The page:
Campus Access Only
All rights reserved. This publication is intended for use solely by faculty, students, and staff of University of the Pacific. No part of this publication may be reproduced, distributed, or transmitted in any form or by any means, now known or later developed, including but not limited to photocopying, recording, or other electronic or mechanical methods, without the prior written permission of the author or the publisher.
Date of Award
Dissertation - Pacific Access Restricted
Doctor of Education (Ed.D.)
William P. Bacon
First Committee Member
Second Committee Member
Third Committee Member
J. Marc Jantzen
Fourth Committee Member
R. Eugene R[?]
The performance of the California Teachers Agsociation (CTA) as a legislative lobby during the 1958 -1974 period was examined in relation to seven operant questions and Laurence Iannaccone's typology of legislature-education lobby linkage structures.
It was found that in 1972-74 CTA had a reduced level of legislative influence and a 44 percent success ratio on CIA-sponsored measures compared to 68 percent in 1955-57 and greater legislative acceptance. California' s legislative and political systems moved from a phase II (united) to a III (disunited) legislature education lobby linkage structure in 1961-65. The 1961-70 years were a period of decline for the association as a legislative interest group. However, by 1972-74, the organization had reestablished a good deal of its lost effectiveness. In 1972-74 Association for Better Citizenship (ABC) money for state legislative campaign contributions plus increased lobbying effort replaced resources lost earlier a monopoly of educational data needed for legislative decision-making and the unity of the CTA-led education lobby.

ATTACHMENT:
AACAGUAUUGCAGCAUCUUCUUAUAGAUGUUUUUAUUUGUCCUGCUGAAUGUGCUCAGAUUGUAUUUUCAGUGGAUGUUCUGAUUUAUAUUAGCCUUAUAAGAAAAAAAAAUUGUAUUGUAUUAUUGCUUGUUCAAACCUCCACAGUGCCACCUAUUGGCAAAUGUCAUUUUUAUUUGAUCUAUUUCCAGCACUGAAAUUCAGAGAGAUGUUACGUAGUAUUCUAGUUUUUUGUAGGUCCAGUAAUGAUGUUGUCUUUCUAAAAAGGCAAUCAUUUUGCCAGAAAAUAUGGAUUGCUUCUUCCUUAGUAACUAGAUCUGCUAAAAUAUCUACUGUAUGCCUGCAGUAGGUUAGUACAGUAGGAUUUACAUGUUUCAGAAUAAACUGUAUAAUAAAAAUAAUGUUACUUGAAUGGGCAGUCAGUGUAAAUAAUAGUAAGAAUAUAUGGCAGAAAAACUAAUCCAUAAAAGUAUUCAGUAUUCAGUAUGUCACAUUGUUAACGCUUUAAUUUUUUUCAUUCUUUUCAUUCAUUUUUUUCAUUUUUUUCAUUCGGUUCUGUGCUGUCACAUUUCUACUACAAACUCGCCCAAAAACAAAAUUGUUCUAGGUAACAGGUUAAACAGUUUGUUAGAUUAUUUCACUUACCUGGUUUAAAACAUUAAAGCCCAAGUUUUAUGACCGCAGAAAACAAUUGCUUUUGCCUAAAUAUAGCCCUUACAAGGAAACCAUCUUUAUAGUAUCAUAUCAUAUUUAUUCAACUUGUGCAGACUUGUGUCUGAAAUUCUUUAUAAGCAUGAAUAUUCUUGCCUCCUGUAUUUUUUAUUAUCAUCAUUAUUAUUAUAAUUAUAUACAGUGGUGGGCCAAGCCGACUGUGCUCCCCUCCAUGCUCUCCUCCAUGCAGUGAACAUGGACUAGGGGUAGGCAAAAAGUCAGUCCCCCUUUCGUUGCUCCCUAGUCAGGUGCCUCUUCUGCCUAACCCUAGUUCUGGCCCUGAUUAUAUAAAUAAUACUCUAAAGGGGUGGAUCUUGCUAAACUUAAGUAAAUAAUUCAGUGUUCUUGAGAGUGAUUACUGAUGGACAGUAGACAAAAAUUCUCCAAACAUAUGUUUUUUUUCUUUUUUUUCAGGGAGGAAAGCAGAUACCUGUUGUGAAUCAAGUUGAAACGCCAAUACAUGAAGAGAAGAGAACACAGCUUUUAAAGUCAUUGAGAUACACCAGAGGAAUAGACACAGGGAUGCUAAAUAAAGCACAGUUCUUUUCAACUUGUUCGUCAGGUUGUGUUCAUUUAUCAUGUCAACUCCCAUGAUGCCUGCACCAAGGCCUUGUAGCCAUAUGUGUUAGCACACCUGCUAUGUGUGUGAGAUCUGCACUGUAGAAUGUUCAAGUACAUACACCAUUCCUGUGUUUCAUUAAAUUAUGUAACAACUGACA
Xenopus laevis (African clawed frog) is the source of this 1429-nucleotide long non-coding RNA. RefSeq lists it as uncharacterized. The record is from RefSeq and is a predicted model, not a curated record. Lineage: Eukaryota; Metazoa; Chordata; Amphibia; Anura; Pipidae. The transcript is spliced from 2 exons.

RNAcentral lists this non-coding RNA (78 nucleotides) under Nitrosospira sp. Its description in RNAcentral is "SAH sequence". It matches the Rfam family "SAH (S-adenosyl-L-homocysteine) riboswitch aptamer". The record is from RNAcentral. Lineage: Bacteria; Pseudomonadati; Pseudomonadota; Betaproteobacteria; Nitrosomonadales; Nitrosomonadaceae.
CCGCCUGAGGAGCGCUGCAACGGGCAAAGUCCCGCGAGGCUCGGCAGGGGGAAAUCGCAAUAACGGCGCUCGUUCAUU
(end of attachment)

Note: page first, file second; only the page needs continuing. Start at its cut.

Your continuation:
In 1972-74 CTA's weaknesses a& a legislative lobby included (1) inadequate involvement in local legislative district elections along with a failure to groom candidates for legislative office and (2) a lack of effective coalition-building in support of legislation.
The association's strengths were (1) maintenance of effective communication and credibility before the legislature (2) a successful adjustment to the legislative and political systems of a phase IIl (disunited) legislature education lobby linkage structure and (3) performance as an initiator essentially, rather than a blocker, of legislation.
Sabraw, Liston Fred. (1977). The California Teacher Association as a legislative lobby. University of the Pacific, Dissertation - Pacific Access Restricted. https://scholarlycommons.pacific.edu/uop_etds/3176
To access this thesis/dissertation you must have a valid pacific.edu email address and log-in to Scholarly Commons.Find in ProQuest
If you are the author and would like to grant permission to make your work openly accessible, please email